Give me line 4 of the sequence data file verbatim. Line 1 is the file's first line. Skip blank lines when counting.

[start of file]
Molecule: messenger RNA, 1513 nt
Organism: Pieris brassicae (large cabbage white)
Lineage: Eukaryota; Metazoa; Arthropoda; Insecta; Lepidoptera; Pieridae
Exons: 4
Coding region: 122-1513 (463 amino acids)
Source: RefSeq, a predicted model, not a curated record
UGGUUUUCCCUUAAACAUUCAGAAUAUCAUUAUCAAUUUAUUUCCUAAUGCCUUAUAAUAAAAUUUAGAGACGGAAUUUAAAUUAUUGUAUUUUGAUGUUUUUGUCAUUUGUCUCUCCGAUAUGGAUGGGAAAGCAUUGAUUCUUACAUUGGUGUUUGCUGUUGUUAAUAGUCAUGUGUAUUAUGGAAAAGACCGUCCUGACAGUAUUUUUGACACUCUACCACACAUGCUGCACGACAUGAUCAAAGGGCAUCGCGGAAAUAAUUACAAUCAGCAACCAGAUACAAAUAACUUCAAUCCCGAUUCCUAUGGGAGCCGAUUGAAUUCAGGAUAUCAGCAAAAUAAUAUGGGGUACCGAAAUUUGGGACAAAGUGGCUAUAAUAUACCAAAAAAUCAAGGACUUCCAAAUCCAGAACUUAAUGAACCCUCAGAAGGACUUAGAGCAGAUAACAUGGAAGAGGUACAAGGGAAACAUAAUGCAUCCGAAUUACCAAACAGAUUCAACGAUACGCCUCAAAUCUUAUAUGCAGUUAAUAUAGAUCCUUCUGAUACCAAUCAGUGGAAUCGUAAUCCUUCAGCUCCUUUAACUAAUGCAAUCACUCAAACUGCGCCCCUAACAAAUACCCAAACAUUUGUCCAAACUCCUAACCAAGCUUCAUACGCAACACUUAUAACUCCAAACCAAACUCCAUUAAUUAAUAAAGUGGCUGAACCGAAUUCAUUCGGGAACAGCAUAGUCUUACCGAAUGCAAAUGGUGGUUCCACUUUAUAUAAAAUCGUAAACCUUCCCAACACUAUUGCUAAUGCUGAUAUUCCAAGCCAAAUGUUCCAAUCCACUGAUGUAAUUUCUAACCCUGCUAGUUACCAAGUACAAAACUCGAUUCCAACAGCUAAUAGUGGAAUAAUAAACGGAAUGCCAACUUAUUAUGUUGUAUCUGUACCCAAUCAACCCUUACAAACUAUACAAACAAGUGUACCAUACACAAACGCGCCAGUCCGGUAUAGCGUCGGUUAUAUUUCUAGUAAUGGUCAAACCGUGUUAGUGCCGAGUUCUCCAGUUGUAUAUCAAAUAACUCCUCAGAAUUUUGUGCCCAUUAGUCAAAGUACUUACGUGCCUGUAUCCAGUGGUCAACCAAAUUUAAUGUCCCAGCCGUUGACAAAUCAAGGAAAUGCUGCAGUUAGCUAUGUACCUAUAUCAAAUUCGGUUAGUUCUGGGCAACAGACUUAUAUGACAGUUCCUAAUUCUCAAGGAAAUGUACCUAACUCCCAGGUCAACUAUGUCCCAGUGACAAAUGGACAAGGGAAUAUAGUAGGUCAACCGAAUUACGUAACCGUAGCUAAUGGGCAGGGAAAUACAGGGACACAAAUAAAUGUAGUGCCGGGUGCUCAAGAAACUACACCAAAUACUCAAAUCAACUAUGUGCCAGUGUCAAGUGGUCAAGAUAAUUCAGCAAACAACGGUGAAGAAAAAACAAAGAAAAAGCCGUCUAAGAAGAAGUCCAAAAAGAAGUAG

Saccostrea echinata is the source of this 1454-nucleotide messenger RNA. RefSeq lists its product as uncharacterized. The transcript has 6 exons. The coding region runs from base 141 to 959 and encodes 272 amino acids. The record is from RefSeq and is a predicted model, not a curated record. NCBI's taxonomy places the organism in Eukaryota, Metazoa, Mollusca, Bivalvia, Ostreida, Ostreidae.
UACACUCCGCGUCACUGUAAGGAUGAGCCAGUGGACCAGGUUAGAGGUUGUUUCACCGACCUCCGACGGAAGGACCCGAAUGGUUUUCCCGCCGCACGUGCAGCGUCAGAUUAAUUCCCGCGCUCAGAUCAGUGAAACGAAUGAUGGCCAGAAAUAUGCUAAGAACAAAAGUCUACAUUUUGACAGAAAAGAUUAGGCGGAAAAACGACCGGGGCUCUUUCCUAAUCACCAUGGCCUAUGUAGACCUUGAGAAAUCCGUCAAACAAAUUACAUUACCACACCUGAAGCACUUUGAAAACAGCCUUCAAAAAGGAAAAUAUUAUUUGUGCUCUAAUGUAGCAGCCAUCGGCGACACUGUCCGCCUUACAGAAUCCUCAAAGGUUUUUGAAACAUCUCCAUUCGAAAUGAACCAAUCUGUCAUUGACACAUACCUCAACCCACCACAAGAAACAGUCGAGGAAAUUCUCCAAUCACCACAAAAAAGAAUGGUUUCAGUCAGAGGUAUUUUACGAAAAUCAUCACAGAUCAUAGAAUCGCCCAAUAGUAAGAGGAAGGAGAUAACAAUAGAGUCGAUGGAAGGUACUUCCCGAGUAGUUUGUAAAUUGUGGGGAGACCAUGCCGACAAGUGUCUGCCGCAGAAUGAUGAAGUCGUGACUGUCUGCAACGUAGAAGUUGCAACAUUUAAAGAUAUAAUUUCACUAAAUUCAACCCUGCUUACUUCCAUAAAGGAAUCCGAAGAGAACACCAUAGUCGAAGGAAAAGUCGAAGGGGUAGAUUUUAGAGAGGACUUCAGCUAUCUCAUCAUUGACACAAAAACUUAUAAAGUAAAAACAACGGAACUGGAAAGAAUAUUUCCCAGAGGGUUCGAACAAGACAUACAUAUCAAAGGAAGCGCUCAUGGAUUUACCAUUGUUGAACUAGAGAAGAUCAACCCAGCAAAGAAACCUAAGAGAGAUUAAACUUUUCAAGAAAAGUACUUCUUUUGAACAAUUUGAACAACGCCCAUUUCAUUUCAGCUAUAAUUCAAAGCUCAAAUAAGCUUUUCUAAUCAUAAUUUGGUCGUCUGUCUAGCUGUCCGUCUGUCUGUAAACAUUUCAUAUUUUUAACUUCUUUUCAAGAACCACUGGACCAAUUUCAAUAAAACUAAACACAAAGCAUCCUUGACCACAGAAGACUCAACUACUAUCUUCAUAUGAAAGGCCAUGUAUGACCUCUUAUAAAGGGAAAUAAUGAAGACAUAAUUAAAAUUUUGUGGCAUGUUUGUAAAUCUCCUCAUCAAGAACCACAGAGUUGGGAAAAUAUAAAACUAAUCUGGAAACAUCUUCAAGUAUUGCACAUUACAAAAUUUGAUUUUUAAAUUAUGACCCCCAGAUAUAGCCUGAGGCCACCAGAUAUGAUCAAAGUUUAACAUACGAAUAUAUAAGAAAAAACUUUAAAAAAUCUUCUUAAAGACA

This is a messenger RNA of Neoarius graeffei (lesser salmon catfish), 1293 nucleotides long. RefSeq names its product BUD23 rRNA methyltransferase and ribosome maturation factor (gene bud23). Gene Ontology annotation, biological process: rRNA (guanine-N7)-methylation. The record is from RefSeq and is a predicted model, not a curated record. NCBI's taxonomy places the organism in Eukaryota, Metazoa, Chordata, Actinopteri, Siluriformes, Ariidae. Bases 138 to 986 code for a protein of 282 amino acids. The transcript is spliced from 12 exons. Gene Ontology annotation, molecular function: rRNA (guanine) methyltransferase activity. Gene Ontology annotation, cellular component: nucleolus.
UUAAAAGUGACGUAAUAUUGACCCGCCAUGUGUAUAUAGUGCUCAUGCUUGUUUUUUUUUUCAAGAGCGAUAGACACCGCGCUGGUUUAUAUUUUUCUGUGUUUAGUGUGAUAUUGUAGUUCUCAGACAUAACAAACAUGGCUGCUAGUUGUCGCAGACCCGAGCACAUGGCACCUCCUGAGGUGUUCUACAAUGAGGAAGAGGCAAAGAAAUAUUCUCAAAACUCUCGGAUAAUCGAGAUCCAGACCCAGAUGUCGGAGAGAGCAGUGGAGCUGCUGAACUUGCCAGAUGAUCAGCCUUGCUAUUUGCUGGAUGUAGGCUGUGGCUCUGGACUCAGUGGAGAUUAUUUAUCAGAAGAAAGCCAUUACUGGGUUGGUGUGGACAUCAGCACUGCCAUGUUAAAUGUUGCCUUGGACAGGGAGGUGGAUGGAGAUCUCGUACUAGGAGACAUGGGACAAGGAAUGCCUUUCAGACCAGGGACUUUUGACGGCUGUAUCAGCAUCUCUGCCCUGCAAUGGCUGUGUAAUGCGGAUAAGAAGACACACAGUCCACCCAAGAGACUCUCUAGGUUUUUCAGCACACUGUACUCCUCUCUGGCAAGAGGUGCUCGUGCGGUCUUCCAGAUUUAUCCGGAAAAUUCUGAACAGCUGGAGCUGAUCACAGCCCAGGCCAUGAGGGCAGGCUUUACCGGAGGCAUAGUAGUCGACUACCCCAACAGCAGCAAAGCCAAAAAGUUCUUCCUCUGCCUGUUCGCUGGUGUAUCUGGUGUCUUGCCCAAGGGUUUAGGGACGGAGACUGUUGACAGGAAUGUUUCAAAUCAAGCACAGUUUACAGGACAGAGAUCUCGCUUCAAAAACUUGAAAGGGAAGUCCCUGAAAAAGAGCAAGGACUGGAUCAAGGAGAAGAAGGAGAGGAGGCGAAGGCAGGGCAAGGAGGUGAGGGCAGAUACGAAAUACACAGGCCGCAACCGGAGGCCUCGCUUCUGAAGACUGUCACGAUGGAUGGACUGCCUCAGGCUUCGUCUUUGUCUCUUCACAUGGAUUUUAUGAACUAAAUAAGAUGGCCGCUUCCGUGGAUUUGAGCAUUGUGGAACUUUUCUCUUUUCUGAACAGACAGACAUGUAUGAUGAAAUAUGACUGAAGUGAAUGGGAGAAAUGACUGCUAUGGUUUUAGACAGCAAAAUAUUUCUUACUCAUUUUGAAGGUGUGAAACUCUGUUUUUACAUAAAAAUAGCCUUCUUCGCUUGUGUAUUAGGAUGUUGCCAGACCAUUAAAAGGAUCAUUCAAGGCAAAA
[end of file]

Exons: 4